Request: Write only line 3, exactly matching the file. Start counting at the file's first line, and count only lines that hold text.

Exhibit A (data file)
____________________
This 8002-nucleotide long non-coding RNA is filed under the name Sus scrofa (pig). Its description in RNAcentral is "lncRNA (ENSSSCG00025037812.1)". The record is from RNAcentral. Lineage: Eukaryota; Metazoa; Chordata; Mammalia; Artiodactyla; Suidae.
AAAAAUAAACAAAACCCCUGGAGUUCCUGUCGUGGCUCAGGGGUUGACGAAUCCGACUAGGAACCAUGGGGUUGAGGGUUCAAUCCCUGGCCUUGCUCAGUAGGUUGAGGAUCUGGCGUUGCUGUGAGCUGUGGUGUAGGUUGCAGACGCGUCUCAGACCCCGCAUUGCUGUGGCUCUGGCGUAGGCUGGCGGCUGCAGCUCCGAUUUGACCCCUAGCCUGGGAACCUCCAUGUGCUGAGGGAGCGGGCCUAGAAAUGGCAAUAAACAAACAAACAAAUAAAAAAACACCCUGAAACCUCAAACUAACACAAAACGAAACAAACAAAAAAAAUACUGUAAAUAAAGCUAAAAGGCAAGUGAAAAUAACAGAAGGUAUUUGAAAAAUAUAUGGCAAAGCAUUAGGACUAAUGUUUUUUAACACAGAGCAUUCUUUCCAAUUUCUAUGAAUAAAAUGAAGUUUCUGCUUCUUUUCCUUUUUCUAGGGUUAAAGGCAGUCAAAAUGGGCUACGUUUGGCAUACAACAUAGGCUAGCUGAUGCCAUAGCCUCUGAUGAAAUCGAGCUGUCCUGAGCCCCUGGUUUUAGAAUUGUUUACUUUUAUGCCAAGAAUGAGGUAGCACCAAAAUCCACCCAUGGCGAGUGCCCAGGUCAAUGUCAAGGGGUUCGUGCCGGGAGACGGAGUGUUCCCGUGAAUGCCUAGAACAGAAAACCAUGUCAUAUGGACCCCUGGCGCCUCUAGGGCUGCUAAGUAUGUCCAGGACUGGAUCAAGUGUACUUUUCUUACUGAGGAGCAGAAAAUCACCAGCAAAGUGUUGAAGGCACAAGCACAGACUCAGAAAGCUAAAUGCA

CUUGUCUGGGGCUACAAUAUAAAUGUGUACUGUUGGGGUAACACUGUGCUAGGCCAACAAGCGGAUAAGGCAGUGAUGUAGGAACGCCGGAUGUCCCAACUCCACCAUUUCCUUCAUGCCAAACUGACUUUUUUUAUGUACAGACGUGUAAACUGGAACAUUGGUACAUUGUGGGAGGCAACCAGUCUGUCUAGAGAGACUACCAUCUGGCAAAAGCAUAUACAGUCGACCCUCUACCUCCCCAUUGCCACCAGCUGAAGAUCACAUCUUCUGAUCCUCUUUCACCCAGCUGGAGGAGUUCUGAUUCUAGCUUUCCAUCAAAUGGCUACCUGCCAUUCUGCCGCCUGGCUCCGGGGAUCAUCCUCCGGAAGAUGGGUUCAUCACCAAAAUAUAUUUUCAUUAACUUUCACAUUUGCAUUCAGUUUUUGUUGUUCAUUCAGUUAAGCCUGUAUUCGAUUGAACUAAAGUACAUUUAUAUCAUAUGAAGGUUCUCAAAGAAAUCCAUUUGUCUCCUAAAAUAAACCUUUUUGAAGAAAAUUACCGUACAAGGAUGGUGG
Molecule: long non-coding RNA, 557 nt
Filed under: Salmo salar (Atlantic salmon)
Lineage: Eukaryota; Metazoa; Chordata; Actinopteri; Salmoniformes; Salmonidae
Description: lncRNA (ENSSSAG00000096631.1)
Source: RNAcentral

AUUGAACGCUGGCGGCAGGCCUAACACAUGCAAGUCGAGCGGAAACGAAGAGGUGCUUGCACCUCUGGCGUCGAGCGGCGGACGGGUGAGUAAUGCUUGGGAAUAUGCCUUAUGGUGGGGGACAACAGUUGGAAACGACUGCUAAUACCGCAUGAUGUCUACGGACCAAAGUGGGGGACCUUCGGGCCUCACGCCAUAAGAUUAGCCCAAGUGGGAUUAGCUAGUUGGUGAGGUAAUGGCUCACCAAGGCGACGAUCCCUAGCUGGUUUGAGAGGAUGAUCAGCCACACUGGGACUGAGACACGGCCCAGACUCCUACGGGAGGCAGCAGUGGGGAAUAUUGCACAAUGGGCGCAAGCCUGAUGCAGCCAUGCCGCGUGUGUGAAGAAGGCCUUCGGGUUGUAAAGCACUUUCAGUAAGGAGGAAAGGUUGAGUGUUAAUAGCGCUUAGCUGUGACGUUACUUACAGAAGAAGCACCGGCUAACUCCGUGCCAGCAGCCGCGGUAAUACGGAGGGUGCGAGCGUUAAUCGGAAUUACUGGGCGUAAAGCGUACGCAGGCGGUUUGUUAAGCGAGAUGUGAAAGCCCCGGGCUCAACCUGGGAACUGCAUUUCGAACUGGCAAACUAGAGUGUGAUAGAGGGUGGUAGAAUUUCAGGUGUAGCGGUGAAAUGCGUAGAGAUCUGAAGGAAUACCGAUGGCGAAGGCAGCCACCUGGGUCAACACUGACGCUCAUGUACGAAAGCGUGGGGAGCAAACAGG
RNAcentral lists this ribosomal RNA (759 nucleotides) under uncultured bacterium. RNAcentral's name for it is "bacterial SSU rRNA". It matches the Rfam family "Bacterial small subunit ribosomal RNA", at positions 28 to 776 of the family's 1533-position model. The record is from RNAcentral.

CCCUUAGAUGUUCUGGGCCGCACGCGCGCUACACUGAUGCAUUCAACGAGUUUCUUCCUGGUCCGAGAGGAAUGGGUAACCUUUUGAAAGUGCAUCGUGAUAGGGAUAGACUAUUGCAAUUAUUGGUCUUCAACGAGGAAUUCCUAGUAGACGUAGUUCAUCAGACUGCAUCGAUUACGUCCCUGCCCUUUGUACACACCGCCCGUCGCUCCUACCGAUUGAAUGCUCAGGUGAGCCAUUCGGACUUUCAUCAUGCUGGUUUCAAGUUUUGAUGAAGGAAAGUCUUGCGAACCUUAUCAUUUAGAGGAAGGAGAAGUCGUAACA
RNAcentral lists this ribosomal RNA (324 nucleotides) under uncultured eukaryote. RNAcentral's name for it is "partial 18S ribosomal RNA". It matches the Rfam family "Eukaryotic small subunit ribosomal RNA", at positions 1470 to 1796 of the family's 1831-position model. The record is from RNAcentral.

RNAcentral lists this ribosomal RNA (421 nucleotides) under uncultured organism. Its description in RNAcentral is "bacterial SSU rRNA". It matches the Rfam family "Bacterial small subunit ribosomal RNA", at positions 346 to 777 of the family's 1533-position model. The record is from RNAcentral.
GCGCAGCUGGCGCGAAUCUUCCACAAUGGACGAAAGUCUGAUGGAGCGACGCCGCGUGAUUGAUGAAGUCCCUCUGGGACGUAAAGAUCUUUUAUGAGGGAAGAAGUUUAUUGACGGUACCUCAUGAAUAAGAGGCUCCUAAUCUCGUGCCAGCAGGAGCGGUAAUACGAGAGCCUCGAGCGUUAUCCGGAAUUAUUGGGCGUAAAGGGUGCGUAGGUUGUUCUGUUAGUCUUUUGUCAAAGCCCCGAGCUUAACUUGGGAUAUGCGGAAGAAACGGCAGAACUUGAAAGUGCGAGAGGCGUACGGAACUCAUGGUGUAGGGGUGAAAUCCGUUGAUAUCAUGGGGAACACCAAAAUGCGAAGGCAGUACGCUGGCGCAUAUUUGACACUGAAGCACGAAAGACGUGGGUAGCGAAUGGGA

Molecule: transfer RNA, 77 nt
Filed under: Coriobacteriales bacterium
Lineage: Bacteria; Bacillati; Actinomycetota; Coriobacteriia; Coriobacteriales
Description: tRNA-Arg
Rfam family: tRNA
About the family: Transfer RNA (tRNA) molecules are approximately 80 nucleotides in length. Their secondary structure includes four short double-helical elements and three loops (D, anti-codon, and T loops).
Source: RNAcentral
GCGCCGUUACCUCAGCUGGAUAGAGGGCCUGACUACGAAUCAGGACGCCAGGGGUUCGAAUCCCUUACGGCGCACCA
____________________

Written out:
CUUGUCUGGGGCUACAAUAUAAAUGUGUACUGUUGGGGUAACACUGUGCUAGGCCAACAAGCGGAUAAGGCAGUGAUGUAGGAACGCCGGAUGUCCCAACUCCACCAUUUCCUUCAUGCCAAACUGACUUUUUUUAUGUACAGACGUGUAAACUGGAACAUUGGUACAUUGUGGGAGGCAACCAGUCUGUCUAGAGAGACUACCAUCUGGCAAAAGCAUAUACAGUCGACCCUCUACCUCCCCAUUGCCACCAGCUGAAGAUCACAUCUUCUGAUCCUCUUUCACCCAGCUGGAGGAGUUCUGAUUCUAGCUUUCCAUCAAAUGGCUACCUGCCAUUCUGCCGCCUGGCUCCGGGGAUCAUCCUCCGGAAGAUGGGUUCAUCACCAAAAUAUAUUUUCAUUAACUUUCACAUUUGCAUUCAGUUUUUGUUGUUCAUUCAGUUAAGCCUGUAUUCGAUUGAACUAAAGUACAUUUAUAUCAUAUGAAGGUUCUCAAAGAAAUCCAUUUGUCUCCUAAAAUAAACCUUUUUGAAGAAAAUUACCGUACAAGGAUGGUGG